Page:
On Sunday I was checking out my Port Meadow patch once more. It was late afternoon, nice and sunny with just a gentle breeze. The Meadow floods have been rather empty of late - all the winter birds have cleared off and we've had surprisingly few spring passage waders so far by way of compensation. I was heading north between the river and the floods to my usual scanning point in the "elbow" of the L-shaped flood waters when up ahead I happened to notice a large bird fly in and land on the flood waters. A quick look through the scope immediately identified it as a Spoonbill. Now from past experience I know not to hang around when one lands on the floods. The first one that I ever found on Port Meadow was back in the day when they were still something of a rarity and it would have been an Oxon county tick for quite a few people. However that one had immediately flown off before I could take any kind of record shot. I've subsequently had a pair of Meadow Spoonbill fly off on me before I could take a photo so I didn't hang around and immediately took some digiscoped video footage. I then set about putting the word out. As I said, it's not the county rarity that it once was but I thought that some people might be interested so I sent a few texts to local birders and county year listers and put it out on RBA. I'd just finished doing that and looked up to find that all the gulls and also the Spoonbill had been spooked by something (I think it was a deflating helium party balloon coming in to land). Anyway, the bird didn't linger but flew off south roughly following the river. As it flew I could see the black tips to its wings which made it a 1st winter bird. A nice bird - shame it didn't stay around for others to enjoy. At least I'd not dallied and had consequently got some sort of record footage of it for posterity.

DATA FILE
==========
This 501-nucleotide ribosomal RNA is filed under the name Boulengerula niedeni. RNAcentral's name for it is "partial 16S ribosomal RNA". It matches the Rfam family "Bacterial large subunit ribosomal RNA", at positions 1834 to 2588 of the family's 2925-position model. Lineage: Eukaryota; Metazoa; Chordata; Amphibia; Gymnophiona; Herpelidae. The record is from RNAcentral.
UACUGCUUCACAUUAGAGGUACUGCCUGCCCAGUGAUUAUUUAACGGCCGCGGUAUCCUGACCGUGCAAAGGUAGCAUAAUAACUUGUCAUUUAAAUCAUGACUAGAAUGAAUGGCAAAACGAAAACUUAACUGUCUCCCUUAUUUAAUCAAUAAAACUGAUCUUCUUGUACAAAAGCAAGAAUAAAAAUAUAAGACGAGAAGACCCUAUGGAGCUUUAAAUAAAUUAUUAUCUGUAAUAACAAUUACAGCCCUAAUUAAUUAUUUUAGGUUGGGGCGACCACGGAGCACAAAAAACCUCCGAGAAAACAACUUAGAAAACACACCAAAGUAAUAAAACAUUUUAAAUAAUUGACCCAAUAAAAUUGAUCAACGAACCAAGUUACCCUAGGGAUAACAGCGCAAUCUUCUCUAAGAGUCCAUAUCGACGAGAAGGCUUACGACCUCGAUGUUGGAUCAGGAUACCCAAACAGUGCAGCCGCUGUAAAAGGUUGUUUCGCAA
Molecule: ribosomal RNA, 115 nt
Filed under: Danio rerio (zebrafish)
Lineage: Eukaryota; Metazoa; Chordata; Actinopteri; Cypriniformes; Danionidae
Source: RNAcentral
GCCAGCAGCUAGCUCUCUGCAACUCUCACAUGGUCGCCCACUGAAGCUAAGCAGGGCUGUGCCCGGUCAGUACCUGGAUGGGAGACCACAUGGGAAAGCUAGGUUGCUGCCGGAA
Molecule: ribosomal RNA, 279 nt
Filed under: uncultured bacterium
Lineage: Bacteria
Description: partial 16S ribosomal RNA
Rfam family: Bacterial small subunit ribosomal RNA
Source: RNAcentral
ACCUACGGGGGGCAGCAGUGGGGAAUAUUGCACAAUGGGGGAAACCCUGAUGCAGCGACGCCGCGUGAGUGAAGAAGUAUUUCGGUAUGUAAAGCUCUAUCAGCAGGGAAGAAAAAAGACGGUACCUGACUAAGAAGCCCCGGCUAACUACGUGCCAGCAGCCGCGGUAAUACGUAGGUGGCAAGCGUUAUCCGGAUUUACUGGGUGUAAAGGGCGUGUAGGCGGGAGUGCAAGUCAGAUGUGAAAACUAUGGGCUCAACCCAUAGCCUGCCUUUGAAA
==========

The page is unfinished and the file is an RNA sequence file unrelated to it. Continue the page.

A grab of the Spoonbill...
...and the video it came from
The next day on the Meadow I met Matthew Foster who birds there regularly. He's a very interesting chap who's birded locally for decades and can tell you about how many hundreds of Lapwing there used to be on the Meadow in the 70's etc. and how there used to be Tree Sparrows nesting in the trees around the edge of the Meadow. He doesn't seem to have a mobile phone, nor access to the internet at all so is completely off the birding grid, just quietly going around and taking handwritten notes in his notepad. Anyway, having in the past lived up in Wolvercote (which is why he knows so much about Meadow birding) he now lives in Kennington. He told me that he'd heard a Spotted Crake singing away in Kennginton by the river yesterday evening. I diplomatically asked him about the call and his description was spot on (he's quite good with bird calls). I put the word out on the Oxon Bird Log and the next night someone else checked it out and confirmed that it was indeed a singing Spotted Crake.
Having never actually heard one sing before I decided I'd go to check it out for myself so at around 8:30 pm yesterday evening I set off in the Gnome Mobile and parked down the end of Heyford Hill Lane (about here) which by studying the map I reckoned would put me right next to the Crake field. According to Google maps this contained a nice looking small pond surrounded by lots of reeds and scrub. Sure enough as soon as I arrived I could hear it calling intermittently though it would stop for periods; however once it got properly dark its singing became stronger and more regular. There was no chance of seeing it of course but I passed a very enjoyable three quarters of an hour watching the night fall whilst listening to the call of a hidden Spotted Crake.
Some video footage of it calling
Here's a reminder of the very showy bird from September 2010 at Radley which was uncharacteristically quite happy out in the open. See here for write-up